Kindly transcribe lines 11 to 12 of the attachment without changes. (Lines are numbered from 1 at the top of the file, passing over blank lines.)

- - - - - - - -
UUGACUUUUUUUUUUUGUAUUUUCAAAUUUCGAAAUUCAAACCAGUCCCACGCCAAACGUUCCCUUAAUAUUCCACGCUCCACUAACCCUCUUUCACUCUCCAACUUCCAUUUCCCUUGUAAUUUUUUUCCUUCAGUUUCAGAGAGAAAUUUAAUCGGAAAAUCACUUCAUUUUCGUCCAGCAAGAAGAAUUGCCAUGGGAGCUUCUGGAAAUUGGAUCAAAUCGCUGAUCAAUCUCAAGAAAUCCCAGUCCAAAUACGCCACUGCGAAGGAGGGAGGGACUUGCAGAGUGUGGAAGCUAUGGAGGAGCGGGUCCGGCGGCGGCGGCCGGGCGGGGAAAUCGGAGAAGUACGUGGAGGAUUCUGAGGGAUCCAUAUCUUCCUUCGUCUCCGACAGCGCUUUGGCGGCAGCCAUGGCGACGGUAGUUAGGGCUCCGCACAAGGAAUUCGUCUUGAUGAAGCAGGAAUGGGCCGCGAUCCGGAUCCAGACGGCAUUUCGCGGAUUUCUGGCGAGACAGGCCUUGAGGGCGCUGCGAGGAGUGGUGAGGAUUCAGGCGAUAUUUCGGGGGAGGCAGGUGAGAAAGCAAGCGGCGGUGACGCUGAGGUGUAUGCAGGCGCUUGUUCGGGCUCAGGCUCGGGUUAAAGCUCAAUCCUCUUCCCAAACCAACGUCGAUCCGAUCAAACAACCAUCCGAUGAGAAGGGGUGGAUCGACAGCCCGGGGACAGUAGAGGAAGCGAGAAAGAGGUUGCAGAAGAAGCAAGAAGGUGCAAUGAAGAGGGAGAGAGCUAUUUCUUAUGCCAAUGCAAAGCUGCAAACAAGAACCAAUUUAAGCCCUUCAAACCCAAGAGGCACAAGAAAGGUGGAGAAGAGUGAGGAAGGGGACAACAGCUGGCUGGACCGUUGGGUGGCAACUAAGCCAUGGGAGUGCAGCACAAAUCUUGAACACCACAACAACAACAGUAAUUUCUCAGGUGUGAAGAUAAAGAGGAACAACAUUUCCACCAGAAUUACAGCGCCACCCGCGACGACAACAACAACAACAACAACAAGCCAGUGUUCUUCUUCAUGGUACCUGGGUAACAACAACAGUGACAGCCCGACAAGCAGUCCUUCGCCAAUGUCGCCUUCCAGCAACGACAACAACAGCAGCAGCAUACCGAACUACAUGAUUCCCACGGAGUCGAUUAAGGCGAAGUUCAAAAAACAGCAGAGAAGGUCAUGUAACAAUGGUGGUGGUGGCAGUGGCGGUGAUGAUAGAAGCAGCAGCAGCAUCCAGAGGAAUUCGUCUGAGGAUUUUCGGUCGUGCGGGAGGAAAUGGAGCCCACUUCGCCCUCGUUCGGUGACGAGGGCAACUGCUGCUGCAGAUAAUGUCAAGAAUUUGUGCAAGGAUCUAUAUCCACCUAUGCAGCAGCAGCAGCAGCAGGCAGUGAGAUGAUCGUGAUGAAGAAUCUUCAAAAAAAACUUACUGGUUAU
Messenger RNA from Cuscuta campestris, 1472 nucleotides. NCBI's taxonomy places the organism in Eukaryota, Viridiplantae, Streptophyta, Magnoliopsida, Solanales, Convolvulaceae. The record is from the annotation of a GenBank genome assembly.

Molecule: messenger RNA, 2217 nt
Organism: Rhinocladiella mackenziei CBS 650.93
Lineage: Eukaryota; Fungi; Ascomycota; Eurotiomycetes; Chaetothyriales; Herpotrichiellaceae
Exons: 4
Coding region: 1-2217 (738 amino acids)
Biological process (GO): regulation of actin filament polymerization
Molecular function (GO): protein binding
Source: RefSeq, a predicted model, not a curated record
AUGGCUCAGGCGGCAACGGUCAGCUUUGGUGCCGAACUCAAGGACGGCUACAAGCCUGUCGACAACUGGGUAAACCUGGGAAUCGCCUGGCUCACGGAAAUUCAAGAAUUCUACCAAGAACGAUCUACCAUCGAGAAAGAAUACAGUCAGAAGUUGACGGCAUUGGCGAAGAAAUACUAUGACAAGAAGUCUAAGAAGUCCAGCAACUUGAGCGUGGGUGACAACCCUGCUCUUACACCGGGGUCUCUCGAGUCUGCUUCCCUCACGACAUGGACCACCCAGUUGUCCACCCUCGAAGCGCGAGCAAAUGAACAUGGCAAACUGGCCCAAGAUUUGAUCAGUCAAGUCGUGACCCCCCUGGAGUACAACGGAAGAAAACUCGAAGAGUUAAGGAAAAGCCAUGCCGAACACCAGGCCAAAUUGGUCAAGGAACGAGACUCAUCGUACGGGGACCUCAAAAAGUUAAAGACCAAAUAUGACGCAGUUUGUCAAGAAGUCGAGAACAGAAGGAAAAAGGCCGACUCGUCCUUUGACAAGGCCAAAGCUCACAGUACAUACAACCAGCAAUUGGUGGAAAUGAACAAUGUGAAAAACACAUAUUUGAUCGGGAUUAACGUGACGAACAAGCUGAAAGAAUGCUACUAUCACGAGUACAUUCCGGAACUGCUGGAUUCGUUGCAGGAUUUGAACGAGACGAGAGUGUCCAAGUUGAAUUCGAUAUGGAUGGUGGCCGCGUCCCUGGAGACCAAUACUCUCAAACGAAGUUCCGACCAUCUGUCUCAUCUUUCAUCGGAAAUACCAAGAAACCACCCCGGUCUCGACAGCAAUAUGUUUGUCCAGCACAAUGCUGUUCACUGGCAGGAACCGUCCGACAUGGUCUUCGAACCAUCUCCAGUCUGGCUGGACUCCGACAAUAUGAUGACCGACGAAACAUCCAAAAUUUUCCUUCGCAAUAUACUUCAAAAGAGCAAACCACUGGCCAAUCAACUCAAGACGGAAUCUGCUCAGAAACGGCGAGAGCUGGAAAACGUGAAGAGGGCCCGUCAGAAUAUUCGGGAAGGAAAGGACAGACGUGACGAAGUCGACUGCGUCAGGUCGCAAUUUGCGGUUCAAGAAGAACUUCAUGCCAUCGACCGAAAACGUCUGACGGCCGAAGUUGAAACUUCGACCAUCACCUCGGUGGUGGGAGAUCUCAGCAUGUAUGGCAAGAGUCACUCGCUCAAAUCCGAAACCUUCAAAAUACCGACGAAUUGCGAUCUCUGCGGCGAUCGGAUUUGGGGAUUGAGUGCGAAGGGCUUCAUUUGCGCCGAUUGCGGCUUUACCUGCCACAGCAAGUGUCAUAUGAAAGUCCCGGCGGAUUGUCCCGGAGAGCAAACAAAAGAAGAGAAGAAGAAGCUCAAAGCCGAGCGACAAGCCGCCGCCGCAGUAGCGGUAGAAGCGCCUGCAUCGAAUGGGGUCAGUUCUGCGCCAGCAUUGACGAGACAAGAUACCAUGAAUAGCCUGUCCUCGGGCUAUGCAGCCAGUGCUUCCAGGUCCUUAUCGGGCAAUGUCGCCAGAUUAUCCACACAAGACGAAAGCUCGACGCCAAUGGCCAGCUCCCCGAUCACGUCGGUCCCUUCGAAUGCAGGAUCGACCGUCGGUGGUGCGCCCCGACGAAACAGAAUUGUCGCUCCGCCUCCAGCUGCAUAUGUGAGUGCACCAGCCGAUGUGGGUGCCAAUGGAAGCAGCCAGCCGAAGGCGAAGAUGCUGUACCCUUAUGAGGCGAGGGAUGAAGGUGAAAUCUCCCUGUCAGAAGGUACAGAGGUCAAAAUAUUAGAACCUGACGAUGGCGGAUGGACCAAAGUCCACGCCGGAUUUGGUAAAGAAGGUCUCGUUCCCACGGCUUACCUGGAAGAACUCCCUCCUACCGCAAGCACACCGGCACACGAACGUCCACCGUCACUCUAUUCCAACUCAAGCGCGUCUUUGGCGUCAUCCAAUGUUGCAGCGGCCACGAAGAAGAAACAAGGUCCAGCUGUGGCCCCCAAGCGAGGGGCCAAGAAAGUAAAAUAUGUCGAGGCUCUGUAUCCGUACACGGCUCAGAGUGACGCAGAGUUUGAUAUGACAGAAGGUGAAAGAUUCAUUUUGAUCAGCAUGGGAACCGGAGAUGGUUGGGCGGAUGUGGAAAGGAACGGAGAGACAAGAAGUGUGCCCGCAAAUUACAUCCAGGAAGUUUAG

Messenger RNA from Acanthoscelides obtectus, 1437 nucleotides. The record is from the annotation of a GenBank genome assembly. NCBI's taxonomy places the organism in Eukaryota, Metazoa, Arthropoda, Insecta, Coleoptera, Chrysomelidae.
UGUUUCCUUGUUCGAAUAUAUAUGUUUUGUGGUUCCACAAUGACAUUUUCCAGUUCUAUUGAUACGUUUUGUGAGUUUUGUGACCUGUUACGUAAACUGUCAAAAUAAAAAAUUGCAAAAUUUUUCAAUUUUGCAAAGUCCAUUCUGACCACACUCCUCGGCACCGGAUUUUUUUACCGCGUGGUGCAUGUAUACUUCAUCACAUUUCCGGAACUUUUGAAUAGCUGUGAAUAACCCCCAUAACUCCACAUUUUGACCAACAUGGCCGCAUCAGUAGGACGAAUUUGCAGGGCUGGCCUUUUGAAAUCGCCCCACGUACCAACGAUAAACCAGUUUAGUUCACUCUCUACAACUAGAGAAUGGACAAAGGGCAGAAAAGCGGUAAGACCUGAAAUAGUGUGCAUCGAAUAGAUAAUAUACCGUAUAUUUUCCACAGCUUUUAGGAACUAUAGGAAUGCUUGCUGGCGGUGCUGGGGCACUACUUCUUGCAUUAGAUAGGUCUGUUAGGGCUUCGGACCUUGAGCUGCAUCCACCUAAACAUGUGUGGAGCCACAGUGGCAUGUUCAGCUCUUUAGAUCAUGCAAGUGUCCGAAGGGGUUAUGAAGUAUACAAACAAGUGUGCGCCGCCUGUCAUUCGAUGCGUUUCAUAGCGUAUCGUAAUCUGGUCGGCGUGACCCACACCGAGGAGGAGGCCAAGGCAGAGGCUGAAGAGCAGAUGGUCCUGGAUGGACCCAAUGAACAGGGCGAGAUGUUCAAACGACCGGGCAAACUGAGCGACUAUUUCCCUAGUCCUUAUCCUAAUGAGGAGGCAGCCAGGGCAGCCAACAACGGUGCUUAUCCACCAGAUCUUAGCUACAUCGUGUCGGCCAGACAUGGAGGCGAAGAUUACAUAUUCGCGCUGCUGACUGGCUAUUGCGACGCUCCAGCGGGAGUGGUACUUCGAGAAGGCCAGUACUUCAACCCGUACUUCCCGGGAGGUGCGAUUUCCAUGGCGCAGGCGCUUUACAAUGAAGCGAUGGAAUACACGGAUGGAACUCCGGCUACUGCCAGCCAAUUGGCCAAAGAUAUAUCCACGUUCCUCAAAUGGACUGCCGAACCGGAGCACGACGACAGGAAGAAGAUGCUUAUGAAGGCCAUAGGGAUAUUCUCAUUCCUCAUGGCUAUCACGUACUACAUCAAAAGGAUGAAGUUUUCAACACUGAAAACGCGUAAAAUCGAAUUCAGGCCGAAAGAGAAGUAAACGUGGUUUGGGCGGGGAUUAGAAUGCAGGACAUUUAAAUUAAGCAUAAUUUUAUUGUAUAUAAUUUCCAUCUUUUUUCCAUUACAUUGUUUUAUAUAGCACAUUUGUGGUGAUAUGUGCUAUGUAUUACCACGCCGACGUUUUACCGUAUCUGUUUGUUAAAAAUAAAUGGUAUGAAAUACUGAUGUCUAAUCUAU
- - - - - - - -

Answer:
AUGGCUCAGGCGGCAACGGUCAGCUUUGGUGCCGAACUCAAGGACGGCUACAAGCCUGUCGACAACUGGGUAAACCUGGGAAUCGCCUGGCUCACGGAAAUUCAAGAAUUCUACCAAGAACGAUCUACCAUCGAGAAAGAAUACAGUCAGAAGUUGACGGCAUUGGCGAAGAAAUACUAUGACAAGAAGUCUAAGAAGUCCAGCAACUUGAGCGUGGGUGACAACCCUGCUCUUACACCGGGGUCUCUCGAGUCUGCUUCCCUCACGACAUGGACCACCCAGUUGUCCACCCUCGAAGCGCGAGCAAAUGAACAUGGCAAACUGGCCCAAGAUUUGAUCAGUCAAGUCGUGACCCCCCUGGAGUACAACGGAAGAAAACUCGAAGAGUUAAGGAAAAGCCAUGCCGAACACCAGGCCAAAUUGGUCAAGGAACGAGACUCAUCGUACGGGGACCUCAAAAAGUUAAAGACCAAAUAUGACGCAGUUUGUCAAGAAGUCGAGAACAGAAGGAAAAAGGCCGACUCGUCCUUUGACAAGGCCAAAGCUCACAGUACAUACAACCAGCAAUUGGUGGAAAUGAACAAUGUGAAAAACACAUAUUUGAUCGGGAUUAACGUGACGAACAAGCUGAAAGAAUGCUACUAUCACGAGUACAUUCCGGAACUGCUGGAUUCGUUGCAGGAUUUGAACGAGACGAGAGUGUCCAAGUUGAAUUCGAUAUGGAUGGUGGCCGCGUCCCUGGAGACCAAUACUCUCAAACGAAGUUCCGACCAUCUGUCUCAUCUUUCAUCGGAAAUACCAAGAAACCACCCCGGUCUCGACAGCAAUAUGUUUGUCCAGCACAAUGCUGUUCACUGGCAGGAACCGUCCGACAUGGUCUUCGAACCAUCUCCAGUCUGGCUGGACUCCGACAAUAUGAUGACCGACGAAACAUCCAAAAUUUUCCUUCGCAAUAUACUUCAAAAGAGCAAACCACUGGCCAAUCAACUCAAGACGGAAUCUGCUCAGAAACGGCGAGAGCUGGAAAACGUGAAGAGGGCCCGUCAGAAUAUUCGGGAAGGAAAGGACAGACGUGACGAAGUCGACUGCGUCAGGUCGCAAUUUGCGGUUCAAGAAGAACUUCAUGCCAUCGACCGAAAACGUCUGACGGCCGAAGUUGAAACUUCGACCAUCACCUCGGUGGUGGGAGAUCUCAGCAUGUAUGGCAAGAGUCACUCGCUCAAAUCCGAAACCUUCAAAAUACCGACGAAUUGCGAUCUCUGCGGCGAUCGGAUUUGGGGAUUGAGUGCGAAGGGCUUCAUUUGCGCCGAUUGCGGCUUUACCUGCCACAGCAAGUGUCAUAUGAAAGUCCCGGCGGAUUGUCCCGGAGAGCAAACAAAAGAAGAGAAGAAGAAGCUCAAAGCCGAGCGACAAGCCGCCGCCGCAGUAGCGGUAGAAGCGCCUGCAUCGAAUGGGGUCAGUUCUGCGCCAGCAUUGACGAGACAAGAUACCAUGAAUAGCCUGUCCUCGGGCUAUGCAGCCAGUGCUUCCAGGUCCUUAUCGGGCAAUGUCGCCAGAUUAUCCACACAAGACGAAAGCUCGACGCCAAUGGCCAGCUCCCCGAUCACGUCGGUCCCUUCGAAUGCAGGAUCGACCGUCGGUGGUGCGCCCCGACGAAACAGAAUUGUCGCUCCGCCUCCAGCUGCAUAUGUGAGUGCACCAGCCGAUGUGGGUGCCAAUGGAAGCAGCCAGCCGAAGGCGAAGAUGCUGUACCCUUAUGAGGCGAGGGAUGAAGGUGAAAUCUCCCUGUCAGAAGGUACAGAGGUCAAAAUAUUAGAACCUGACGAUGGCGGAUGGACCAAAGUCCACGCCGGAUUUGGUAAAGAAGGUCUCGUUCCCACGGCUUACCUGGAAGAACUCCCUCCUACCGCAAGCACACCGGCACACGAACGUCCACCGUCACUCUAUUCCAACUCAAGCGCGUCUUUGGCGUCAUCCAAUGUUGCAGCGGCCACGAAGAAGAAACAAGGUCCAGCUGUGGCCCCCAAGCGAGGGGCCAAGAAAGUAAAAUAUGUCGAGGCUCUGUAUCCGUACACGGCUCAGAGUGACGCAGAGUUUGAUAUGACAGAAGGUGAAAGAUUCAUUUUGAUCAGCAUGGGAACCGGAGAUGGUUGGGCGGAUGUGGAAAGGAACGGAGAGACAAGAAGUGUGCCCGCAAAUUACAUCCAGGAAGUUUAG

Messenger RNA from Acanthoscelides obtectus, 1437 nucleotides. The record is from the annotation of a GenBank genome assembly. NCBI's taxonomy places the organism in Eukaryota, Metazoa, Arthropoda, Insecta, Coleoptera, Chrysomelidae.